When The Black Tux launched in June 2013 -- born out of Blackmon’s own “terrible” wedding experience with the tuxedo rental industry -- the company was equipped to fulfill roughly a thousand orders per weekend. But then GQ magazine gave The Black Tux a positive mention, triggering a surge in demand. Overnight, they sold out for the entire fall wedding season. And the orders kept coming.
“I remember my co-founder, Patrick Coyne, and I sitting in his apartment, just looking at each other in horror, wondering what we were going to do next,” says Blackmon. “It felt like we had reached the pinnacle -- and then the ship was slowly sinking.”
The co-founders decided to approach their problem from two sides: First they personally reached out to any disgruntled customers to explain the situation and set up a waiting list for those who wanted to stay in the loop. About 20,000 signed up.
Then they went looking for more suits. As newcomers, The Black Tux team didn’t yet have the pull to speed up their supply chain, which involved fabric makers in Italy and suit makers in factories throughout the world. At the time, their manufacturers could ship new suits only every three months, an eternity in the startup world. Typical wholesale suits might have been faster, but they weren’t an option for a company specifically devoted to avoiding their shoddy look.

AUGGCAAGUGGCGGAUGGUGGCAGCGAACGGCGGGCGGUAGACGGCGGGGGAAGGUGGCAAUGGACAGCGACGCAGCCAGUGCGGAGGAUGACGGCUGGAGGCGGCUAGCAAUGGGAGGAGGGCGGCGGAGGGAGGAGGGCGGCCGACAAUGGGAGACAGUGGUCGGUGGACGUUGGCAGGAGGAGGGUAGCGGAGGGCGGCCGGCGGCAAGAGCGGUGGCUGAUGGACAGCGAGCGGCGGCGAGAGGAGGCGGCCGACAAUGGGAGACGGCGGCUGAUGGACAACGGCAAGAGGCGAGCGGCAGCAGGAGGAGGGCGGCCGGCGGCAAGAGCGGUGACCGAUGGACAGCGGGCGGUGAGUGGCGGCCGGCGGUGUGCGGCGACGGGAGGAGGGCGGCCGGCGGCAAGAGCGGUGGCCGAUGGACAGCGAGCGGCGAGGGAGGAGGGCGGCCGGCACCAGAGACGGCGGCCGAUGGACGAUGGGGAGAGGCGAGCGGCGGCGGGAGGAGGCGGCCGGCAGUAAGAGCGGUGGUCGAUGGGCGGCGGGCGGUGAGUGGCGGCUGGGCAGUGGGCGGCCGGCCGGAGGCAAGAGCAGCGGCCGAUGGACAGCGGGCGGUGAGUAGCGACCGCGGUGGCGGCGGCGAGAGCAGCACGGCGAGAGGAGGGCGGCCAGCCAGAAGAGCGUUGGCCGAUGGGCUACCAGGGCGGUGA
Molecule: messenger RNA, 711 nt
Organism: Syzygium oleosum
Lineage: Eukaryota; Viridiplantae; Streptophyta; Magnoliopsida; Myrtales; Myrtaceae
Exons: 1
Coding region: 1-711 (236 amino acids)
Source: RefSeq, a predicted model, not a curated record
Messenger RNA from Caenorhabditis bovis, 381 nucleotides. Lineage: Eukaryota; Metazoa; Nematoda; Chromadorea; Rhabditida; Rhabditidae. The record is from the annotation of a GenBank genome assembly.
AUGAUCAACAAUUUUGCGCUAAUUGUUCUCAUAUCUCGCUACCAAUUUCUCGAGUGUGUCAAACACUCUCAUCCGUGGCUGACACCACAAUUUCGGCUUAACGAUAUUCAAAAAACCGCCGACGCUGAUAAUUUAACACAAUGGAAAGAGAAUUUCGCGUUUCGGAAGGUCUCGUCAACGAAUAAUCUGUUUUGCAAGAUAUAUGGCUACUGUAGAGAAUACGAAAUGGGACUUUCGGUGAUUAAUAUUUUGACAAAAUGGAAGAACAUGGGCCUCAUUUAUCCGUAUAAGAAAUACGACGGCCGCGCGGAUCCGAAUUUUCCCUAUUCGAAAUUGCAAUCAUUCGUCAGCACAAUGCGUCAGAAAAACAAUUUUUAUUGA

So the co-founders pulled the one ace they had in their pocket: potential investors they’d met before launching but had decided not to work with until they were further along. These investors, encouraged by the booming demand, quickly and enthusiastically filled the startup’s coffers with $2.6 million in funding, and The Black Tux bought thousands of new suits. Crisis averted.
Or so they thought. Once the inventory crisis was solved, and stellar reviews rolled in from their earliest customers, they received another wave of positive press -- which, in the fall of 2014, once again wiped out their inventory. But by January 2015, Blackmon and Coyne, now flush with $10 million in Series A funding, were able to respond by tackling their core problem: the supply chain. They set out to negotiate better deals with their manufacturers and shrunk the turnaround time for new product down significantly, to a matter of a few weeks.
“So much of being an entrepreneur is proving yourself in little steps to achieve your dream,” says Blackmon. “We had to prove ourselves to a factory to get better terms and a better supply chain.”
Looking back, Blackmon says that had he been more knowledgeable about suit manufacturing from the beginning, he would have invested in logistics and inventory earlier. “You’re assuming that your problems are going to be marketing, storytelling and getting more customers to the brand,” he says. “My advice would be to take more risks on inventory and be ready.”